Following last week’s State Department warning on allegations of tainted alcohol being served at Mexico resorts, there are a few steps travel agents can take when speaking with clients who are concerned about the situation. Travel Agent spoke with several insurance carriers and a medical expert to learn more.
“[This situation] is not something that would allow someone with a typical insurance policy to cancel their trip, unless you have ‘cancel for any reason’ coverage,” says Jason Schreier, CEO of travel insurance provider April USA. Schreier says that April has received some ‘cancel for any reason’ cancellations for Mexico recently, although because those policies do not require travelers to state a reason for their cancellation, the company cannot definitely say whether or not the tainted alcohol allegations were a factor.
Schreier recommends learning the definition between primary and secondary insurance, noting that primary insurance can often be superior in situations where a traveler is hit with a sudden medical crisis on the road.
“Primary coverage will step up before and above any other possible people out there who may pay for the incident as it’s happening,” Schreier says. That’s important because, depending on the exact details of the policy, primary coverage can prevent a traveler from having to lay out tens of thousands of dollars in medical expenses in advance and ask for reimbursement later. If the insurance company is able to work with a traveler on payment immediately, it can also help the traveler know where they stand in terms of how much they’ll end up needing to pay.
Many hospitals require proof of payment before they will even being treatment.
“There are some hospital chains that are fairly notorious for that,” says Bob Chambers, head of operations for Generali Global Assistance Travel. “If they see a foreigner come in they may see an opportunity to get more money…Some hospitals will almost hold a person hostage. They may take their passport and say, ‘We’re not going to let you go [unless you pay].’”
A travel insurance company can work with a medical provider to get a guarantee of payment and get the traveler released an on their way, Chambers says, while many U.S.-based medical insurance companies will tell travelers to pay out of pocket and submit a claim for reimbursement when they get home. Additionally, travel insurance companies can help connect travelers with trusted medical providers in the destination.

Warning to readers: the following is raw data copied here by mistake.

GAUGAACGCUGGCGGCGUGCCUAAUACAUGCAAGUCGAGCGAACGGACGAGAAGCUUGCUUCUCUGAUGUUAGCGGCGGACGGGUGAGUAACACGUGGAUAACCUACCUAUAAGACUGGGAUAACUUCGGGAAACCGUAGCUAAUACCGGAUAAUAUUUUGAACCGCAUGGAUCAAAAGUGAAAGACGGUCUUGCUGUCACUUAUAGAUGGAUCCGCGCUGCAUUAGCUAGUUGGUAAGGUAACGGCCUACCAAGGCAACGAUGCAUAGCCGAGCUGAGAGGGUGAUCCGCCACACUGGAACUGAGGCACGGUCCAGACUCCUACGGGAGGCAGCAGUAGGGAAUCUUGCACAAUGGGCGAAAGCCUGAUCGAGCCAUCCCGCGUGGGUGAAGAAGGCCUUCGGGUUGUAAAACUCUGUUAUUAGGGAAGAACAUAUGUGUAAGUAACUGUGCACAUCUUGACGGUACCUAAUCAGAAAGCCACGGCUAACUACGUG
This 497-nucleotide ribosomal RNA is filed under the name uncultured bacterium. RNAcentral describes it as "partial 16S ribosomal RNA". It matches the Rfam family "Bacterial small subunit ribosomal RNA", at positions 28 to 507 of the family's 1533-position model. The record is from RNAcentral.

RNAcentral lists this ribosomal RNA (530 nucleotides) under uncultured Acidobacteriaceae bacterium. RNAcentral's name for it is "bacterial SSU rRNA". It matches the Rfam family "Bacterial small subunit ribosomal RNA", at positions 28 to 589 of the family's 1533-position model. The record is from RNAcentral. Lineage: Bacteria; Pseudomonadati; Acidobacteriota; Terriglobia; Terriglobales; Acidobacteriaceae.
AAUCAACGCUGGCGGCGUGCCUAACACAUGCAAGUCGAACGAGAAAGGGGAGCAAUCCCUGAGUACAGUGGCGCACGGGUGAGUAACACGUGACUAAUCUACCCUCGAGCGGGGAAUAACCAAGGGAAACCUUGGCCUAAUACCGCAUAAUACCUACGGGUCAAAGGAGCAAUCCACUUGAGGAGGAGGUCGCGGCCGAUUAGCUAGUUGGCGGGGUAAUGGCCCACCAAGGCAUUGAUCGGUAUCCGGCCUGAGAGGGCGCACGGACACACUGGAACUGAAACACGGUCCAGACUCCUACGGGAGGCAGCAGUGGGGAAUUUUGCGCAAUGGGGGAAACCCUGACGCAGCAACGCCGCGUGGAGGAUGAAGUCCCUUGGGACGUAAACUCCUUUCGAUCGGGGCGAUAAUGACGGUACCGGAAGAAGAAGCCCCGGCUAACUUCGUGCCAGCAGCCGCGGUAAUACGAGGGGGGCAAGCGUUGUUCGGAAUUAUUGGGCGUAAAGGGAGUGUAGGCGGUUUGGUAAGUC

There is one key exception to keep in mind, however: travel insurance policies exclude coverage for losses due to alcohol or drugs, Chambers says.
“If you’ve had an incident as a result of alcohol consumption, and you’re found to be over the legal [intoxication] limit, that’s something that could preclude coverage,” Schreier agrees. “Travelers should try to drink alcohol at appropriate levels, and if you start to feel weirder than alcohol typically makes you feel, as long as you haven’t drunk excessively, the insurance policy will step up and help make sure you aren’t a victim.”
What Is Tainted Alcohol?
It’s also important to keep in mind exactly what the term “tainted alcohol” can mean. Travel Agent reached out to Rade Vukmir, a fellow of the American College of Emergency Physicians and chairman, education and risk management at ECI Healthcare, for details.
“The most common ingestion is regular ethanol,” says Vukmir. The average distilled liquor has an alcohol proof of 80, meaning that it’s 40 percent alcohol by content, with the rest being distilled or natural water. Common types of liquor, like whiskey or gin, also typically have something to give the liquor taste and flavor, like juniper berries for gin, or barrel charring for aging.